Alec Peters can hear it coming every time someone he meets discovers he has a law degree.
The progression of questions begins innocently: Where did you graduate from?"
It builds to curiosity: "Did you pass the bar?"
It crescendoes with the incredulous: "What in the world are you doing coaching volleyball?"
Peters laughs when he recounts the familiar inquiry.
"My ultimate goal is to coach with the men's U. S. national team," Peters says. "That goal is a ways off, but I'm doing everything I can to reach that goal."
Everything might be an understatement.
Peters, 29, is the women's volleyball coach at Occidental College, an assistant coach for the defending national champion USC men's team and he also is involved in U. S. national team programs.
"I'm in the best situation possible," Peters says. "I'm at USC working with a good coach (Jim McLaughlin), but I still have my own program.
"I'm really happy with where I am."
Peters is currently in Japan for three exhibitions with the women's national team, then he will continue on to China for the world championships next week.
Growing up in New York, the only traveling Peters thought he would be doing was the commute from a law office to the court room.
But he vividly remembers the day he told his proud parents that, after graduating from Adelphi University and the University of North Carolina school of law, and passing the state bar in North Carolina, the only court he was interested in was the one on which volleyball was played.
"After seven years of putting me through school, that didn't go over too well with my father," Peters says. "I guess that's every parent's nightmare."
Peters caught the volleyball coaching bug when he played on a club team in college.
During his final year of law school in Chapel Hill, N.C., Peters coached the school's club team, which featured a student who was a member of the Greek national team. On the player's recommendation, Peters was hired as a scout for the 1986 world championships in France.
In 1987, he accompanied the Greeks to the European Championships, where they finished third.
In 1988, Peters came to Southern California to work at a junior elite team tryout in Huntington Beach, where he met then-USC Coach Bob Yoder.
"That was a major, major break," Peters says. "He was looking for a full-time assistant and I was looking for a job."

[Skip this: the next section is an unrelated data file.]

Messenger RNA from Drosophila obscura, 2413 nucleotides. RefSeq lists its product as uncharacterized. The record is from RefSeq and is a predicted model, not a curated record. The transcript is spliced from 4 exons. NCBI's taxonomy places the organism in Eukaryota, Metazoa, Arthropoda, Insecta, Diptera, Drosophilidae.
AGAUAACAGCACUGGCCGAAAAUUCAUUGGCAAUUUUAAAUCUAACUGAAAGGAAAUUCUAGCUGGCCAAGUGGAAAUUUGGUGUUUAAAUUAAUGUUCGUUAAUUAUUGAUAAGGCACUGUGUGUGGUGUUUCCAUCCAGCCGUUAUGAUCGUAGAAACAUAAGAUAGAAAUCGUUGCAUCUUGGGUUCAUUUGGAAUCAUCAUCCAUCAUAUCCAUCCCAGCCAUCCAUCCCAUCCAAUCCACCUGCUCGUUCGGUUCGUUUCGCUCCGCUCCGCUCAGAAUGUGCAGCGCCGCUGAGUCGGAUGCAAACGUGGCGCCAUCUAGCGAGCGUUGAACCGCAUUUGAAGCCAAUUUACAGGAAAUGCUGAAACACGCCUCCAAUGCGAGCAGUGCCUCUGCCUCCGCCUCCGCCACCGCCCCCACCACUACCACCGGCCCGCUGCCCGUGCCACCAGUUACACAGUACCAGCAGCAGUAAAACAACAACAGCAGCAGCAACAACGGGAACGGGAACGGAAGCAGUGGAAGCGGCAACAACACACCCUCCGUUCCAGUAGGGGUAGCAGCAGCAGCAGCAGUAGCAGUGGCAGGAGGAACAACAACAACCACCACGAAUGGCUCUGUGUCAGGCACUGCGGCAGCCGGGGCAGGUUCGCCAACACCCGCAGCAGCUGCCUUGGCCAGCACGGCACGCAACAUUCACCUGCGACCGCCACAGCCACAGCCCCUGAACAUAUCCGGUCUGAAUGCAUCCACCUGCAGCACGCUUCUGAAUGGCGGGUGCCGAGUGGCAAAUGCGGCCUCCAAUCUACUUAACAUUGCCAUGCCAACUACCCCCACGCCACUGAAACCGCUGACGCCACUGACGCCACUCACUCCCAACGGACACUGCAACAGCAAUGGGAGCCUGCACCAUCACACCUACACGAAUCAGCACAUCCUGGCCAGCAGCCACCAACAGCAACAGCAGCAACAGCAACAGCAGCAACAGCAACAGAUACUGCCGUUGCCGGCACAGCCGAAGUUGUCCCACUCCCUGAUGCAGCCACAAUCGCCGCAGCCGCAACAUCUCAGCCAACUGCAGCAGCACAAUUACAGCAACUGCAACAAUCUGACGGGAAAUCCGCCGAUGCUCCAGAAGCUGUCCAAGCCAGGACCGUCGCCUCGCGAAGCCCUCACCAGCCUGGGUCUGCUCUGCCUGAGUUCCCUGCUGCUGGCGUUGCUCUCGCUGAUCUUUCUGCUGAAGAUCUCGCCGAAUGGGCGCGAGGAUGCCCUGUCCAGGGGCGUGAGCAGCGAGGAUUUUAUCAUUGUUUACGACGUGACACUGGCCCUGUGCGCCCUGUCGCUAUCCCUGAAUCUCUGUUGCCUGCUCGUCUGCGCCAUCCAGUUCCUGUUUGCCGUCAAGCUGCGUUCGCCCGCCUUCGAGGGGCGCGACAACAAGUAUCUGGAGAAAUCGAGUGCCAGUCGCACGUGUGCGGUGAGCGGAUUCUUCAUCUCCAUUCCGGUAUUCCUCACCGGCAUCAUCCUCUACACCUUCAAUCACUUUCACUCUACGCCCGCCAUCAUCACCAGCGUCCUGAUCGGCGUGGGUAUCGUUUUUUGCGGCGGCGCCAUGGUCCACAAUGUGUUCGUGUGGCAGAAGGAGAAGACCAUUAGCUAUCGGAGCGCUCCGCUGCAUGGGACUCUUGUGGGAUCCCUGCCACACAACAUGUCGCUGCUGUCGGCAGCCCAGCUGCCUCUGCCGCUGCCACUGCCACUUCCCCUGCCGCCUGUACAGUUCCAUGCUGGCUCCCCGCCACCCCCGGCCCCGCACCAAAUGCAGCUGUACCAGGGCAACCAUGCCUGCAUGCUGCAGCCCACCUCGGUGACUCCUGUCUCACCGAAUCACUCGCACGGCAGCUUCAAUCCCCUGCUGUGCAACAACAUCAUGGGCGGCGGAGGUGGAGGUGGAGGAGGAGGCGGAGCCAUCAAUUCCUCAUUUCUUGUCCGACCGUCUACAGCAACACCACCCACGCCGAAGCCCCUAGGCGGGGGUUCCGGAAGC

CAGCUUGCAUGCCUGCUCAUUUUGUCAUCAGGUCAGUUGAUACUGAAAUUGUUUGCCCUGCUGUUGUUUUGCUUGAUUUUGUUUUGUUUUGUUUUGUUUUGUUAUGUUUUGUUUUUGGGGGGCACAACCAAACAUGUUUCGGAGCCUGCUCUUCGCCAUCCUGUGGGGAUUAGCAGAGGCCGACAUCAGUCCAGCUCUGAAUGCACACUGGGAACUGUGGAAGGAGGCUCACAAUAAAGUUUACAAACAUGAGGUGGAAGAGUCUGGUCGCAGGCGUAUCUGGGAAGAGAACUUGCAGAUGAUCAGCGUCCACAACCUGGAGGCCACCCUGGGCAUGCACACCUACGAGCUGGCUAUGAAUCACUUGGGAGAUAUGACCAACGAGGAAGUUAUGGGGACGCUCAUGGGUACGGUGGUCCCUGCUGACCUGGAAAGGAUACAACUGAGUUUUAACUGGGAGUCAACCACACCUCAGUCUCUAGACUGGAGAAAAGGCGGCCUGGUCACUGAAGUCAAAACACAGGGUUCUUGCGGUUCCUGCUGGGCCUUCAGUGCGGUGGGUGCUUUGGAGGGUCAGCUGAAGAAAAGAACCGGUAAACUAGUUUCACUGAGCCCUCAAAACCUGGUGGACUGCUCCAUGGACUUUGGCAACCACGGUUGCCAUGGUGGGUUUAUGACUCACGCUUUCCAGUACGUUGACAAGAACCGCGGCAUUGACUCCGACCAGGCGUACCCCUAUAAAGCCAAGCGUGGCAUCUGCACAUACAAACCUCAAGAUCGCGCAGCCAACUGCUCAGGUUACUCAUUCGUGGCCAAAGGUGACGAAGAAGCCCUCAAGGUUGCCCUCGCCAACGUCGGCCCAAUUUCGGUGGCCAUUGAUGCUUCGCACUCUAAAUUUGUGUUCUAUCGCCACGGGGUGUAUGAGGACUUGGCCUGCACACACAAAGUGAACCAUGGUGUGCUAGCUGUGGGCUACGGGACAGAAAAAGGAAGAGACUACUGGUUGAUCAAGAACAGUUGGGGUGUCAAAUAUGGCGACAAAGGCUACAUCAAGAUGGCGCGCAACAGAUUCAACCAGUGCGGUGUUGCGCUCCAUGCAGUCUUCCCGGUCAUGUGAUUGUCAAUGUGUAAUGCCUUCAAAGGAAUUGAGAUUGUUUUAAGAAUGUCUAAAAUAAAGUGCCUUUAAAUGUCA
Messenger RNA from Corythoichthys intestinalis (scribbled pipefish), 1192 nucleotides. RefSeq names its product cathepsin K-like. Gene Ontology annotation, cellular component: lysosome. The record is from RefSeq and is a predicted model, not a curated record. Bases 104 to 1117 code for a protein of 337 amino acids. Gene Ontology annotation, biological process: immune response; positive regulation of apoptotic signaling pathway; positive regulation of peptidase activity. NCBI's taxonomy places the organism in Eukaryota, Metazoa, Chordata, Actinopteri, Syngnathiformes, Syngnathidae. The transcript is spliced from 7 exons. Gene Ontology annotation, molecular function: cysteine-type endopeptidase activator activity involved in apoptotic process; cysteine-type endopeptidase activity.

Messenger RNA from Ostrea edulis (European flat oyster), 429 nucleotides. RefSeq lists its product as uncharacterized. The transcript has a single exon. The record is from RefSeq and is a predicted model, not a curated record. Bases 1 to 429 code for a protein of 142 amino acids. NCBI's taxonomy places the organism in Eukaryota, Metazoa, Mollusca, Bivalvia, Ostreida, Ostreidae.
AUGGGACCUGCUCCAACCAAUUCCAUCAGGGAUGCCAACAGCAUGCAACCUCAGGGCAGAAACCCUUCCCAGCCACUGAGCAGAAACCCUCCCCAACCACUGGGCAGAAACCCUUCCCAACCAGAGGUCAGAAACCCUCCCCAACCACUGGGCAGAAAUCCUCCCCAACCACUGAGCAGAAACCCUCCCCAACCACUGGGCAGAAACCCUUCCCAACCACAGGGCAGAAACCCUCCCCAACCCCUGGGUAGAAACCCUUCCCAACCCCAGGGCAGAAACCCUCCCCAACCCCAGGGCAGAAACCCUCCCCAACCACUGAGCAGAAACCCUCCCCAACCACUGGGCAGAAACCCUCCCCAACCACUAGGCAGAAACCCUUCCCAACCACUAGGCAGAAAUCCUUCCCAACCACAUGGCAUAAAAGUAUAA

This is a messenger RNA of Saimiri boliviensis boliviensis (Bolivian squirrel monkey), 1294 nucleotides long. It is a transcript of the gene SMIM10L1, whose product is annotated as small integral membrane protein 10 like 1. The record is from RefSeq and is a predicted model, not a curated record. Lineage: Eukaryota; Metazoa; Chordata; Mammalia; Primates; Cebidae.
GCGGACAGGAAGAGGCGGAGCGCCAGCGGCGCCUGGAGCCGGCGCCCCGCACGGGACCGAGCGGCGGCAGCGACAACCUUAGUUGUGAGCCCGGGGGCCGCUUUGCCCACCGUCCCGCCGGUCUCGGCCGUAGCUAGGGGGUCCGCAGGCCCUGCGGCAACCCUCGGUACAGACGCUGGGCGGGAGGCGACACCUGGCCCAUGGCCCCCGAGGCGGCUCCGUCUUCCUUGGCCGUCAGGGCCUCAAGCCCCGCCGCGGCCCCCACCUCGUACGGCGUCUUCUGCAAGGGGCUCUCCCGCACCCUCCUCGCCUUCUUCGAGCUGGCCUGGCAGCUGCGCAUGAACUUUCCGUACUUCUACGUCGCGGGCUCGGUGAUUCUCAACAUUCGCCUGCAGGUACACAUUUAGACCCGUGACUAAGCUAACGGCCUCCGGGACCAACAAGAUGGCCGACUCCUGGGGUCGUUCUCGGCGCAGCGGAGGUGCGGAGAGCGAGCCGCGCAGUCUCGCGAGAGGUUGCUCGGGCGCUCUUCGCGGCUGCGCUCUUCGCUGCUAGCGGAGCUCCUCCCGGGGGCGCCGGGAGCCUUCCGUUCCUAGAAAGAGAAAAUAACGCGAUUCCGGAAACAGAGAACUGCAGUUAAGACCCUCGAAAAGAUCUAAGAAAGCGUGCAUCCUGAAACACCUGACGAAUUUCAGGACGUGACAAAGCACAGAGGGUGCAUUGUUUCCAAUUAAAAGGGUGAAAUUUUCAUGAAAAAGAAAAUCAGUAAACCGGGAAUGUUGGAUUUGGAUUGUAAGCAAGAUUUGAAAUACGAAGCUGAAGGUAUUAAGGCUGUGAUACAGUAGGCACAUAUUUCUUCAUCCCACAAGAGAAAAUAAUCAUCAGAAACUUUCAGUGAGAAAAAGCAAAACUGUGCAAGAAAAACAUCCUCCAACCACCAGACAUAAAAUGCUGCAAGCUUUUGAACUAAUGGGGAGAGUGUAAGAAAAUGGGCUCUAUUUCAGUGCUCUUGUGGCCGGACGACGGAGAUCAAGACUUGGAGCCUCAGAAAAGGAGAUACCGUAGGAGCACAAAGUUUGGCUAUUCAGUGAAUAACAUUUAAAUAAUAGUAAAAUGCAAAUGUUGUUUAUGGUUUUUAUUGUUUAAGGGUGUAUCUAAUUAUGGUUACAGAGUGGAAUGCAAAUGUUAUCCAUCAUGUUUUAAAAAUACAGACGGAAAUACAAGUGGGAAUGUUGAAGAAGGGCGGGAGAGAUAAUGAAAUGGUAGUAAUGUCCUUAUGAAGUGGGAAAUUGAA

In April of 1989, Peters was hired at Occidental.
Last season, Peters took over a team that was 4-25 and turned it into one that finished 12-12 overall and fourth in the Southern California Intercollegiate Athletic Conference.
He then assisted first-year USC Coach Jim McLaughlin as the Trojans won the national title.
"Coaching men is different from coaching women," Peters says. "At Oxy, we spend an enormous amount of time teaching the mental aspect of the game. At USC we talk about it, but we don't take specific time out to work on it."
In April and May, Peters commuted from Los Angeles to U. S. national team headquarters in San Diego to supervise workouts for the men's B team. Last month he accompanied the women's team to the Goodwill Games.
Despite all the work, Peters' combined wages from his coaching assignments pale when compared to those of even a first-year lawyer at a major firm. But he likes the net return volleyball provides.
"I barely get by," Peters says. "I'm still struggling to make ends meet, but I love what I'm doing so I wouldn't trade it for anything."
When Peters returns from China, he will begin preparing Occidental for the coming season. The Tigers have a strong returning nucleus that includes senior setter Cathy Clark, junior outside hitter Kathy Lobel and senior back-row specialist Jackie Yoon.
Peters is also excited about a recruiting class led by Amy Sullivan, a 5-foot-11 middle blocker from St. Louis who will be one of five freshmen fighting for starting jobs.
"We've got everything going for us," Peters says. "In a couple of years, I think we can be the best program in Division III. We're way ahead of schedule."
Occidental's main competition for the SCIAC title figures to come from La Verne, the defending conference champion.
"If we finish second in the SCIAC this year, I'll be happy," he says. "But you never know. All we have to do is upset La Verne once and we could tie for the title."